38 Thus, one goal of SCM might be to reduce or eliminate the buffers of inventory that exist between organizations in a chain through sharing information on demand and current stock.

39 Supply Chain Chart Parts supplier Supplier subassembly Maki Factory Transporter Retailer End user End User Goods information End user Warehouse Wholesaler

40 Bullwhip Effect The term "bullwhip effect" refers to the magnification of demand fluctuations as orders move up the supply chain. Improved forecasting techniques at any one level in the supply chain cannot eliminate the bullwhip effect and may worsen it if used improperly. Information flow and coordination of orders across the supply chain offer the only hope of taming the bullwhip effect.

41 Size of this preview: 800 × 600 pixels. Other resolutions: 320 × 240800 × 600 pixels


43 Topics 3 Real Business

44 My Business 1 I am importing Bioniche IV Vitamin C around 170,000 vials a year. ① Cash discount @€6.9 x 170,000 vials = € 1,173,000 € 1,173,000 x 0.05 = € 58,650 =THB 2,316,000 ②Currency exchange gain (profit) JPY135-JPY98=JPY37 JPY37 x € 1,173,000 = JPY43,401,000 =THB 17,360,000

45 I am selling this product to around 300 registered Japanese medical doctors. Yearly Sales unit price JPY1,785 x 170,000 vials =JPY303,450,000=THB121,380,000 Cost €6.555 (CIF Tokyo) x 170,000 x JPY98 =JPY109,000,000 15%(import & delivery charge) + 5% tax=20% 109,000,000 x 1.2 = JPY 130,000,000 Gross profit (= Sales – Cost) 303,000,000 – 130,000,000 = JPY173,000,000=THB69,000,000


47 Business Chart Money & Product Flow Wish International (Hong Kong) Bioniche (Ireland) Maki Corp. (Japan) Doctor M M M M M


49 Part 2. Why Logistics & SCM ? 1) Economic impact of logistics Logistics cost in GDP is increasing year by year but logistics as a percentage of GDP is decreasing year by year. Logistics cost is around 10% of GDP and one of the most important components in a country’s economy. Logistics also, play an important role in economic growth and development.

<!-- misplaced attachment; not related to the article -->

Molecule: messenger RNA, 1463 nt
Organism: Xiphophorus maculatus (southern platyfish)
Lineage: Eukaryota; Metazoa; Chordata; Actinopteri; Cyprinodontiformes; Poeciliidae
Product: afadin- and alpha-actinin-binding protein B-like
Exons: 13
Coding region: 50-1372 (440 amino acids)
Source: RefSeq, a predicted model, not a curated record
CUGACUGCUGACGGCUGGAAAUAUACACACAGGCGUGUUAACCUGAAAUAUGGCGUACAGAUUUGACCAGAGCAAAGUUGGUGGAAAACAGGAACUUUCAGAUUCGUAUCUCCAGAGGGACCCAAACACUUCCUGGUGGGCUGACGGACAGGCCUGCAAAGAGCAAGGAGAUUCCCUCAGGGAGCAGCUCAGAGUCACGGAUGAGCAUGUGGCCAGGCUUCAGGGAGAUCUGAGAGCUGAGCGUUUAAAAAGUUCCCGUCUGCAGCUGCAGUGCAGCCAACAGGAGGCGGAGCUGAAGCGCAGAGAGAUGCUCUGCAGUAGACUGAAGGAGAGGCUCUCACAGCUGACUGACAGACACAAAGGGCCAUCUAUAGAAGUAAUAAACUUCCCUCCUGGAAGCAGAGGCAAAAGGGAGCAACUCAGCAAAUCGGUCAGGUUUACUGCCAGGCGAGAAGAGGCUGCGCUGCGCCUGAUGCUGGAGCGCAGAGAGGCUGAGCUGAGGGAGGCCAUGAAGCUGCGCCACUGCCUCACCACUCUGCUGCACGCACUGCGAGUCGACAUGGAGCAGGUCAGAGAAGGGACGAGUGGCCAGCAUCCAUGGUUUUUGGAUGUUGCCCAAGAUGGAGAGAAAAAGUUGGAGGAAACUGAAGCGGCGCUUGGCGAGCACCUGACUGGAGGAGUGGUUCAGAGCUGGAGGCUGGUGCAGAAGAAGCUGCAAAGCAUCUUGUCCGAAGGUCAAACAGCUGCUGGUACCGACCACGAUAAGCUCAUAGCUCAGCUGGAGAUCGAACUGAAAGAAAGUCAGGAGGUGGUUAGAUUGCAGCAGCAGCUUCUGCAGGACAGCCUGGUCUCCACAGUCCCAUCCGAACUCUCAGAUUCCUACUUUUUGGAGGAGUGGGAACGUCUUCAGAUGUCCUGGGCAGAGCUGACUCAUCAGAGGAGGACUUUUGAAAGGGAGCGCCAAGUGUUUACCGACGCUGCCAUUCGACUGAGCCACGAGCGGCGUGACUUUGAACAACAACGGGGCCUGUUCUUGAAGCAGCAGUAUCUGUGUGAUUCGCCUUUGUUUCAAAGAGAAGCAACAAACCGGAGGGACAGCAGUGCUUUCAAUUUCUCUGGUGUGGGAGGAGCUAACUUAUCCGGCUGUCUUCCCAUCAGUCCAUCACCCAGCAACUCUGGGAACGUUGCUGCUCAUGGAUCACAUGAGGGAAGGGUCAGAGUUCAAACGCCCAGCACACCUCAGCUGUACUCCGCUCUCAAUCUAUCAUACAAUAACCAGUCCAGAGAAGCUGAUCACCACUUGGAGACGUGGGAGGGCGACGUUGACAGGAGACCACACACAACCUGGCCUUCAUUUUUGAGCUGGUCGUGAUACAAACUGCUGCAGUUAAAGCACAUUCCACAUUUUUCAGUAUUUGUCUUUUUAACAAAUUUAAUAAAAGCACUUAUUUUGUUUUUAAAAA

50 2) Competitive Advantage Logistics & SCM can provide a major source of competitive advantage. Successful companies either have a cost advantage or they have a value advantage, or combination of two.

51 ① Cost advantage Not just, production cost by economy of scale (achieving bigger sales volume and/or improving market share), Logistics & SCM can provide a multitude of ways to increase efficiency and productivity and hence contribute significantly to reduced unit cost.

52 ② Value advantage Market have become more service- sensitive. Not just a product itself but also delivery service, after sales services, financial packages, technical support and etc. Customers are looking for reduced lead time, just-in-time delivery and value- added services. Logistics & SMC supports cost reduction & service enhancement.

53 ③ Customer satisfaction Logistics Also Plays a Critical Role in Customer Satisfaction. Many services organizations make the mistake of focusing the vast majority of their customer service and satisfaction activities on external issues, often to the exclusion of key internal issues such as inventory management and logistics.

54 However, these key internal issues can also play an important role in facilitating desired levels of customer service and satisfaction. A services organization should focus not only externally, at its direct customer interface and interaction, but also internally, at its global inventory management and logistics activities as well - especially as they might impact a multinational customer base.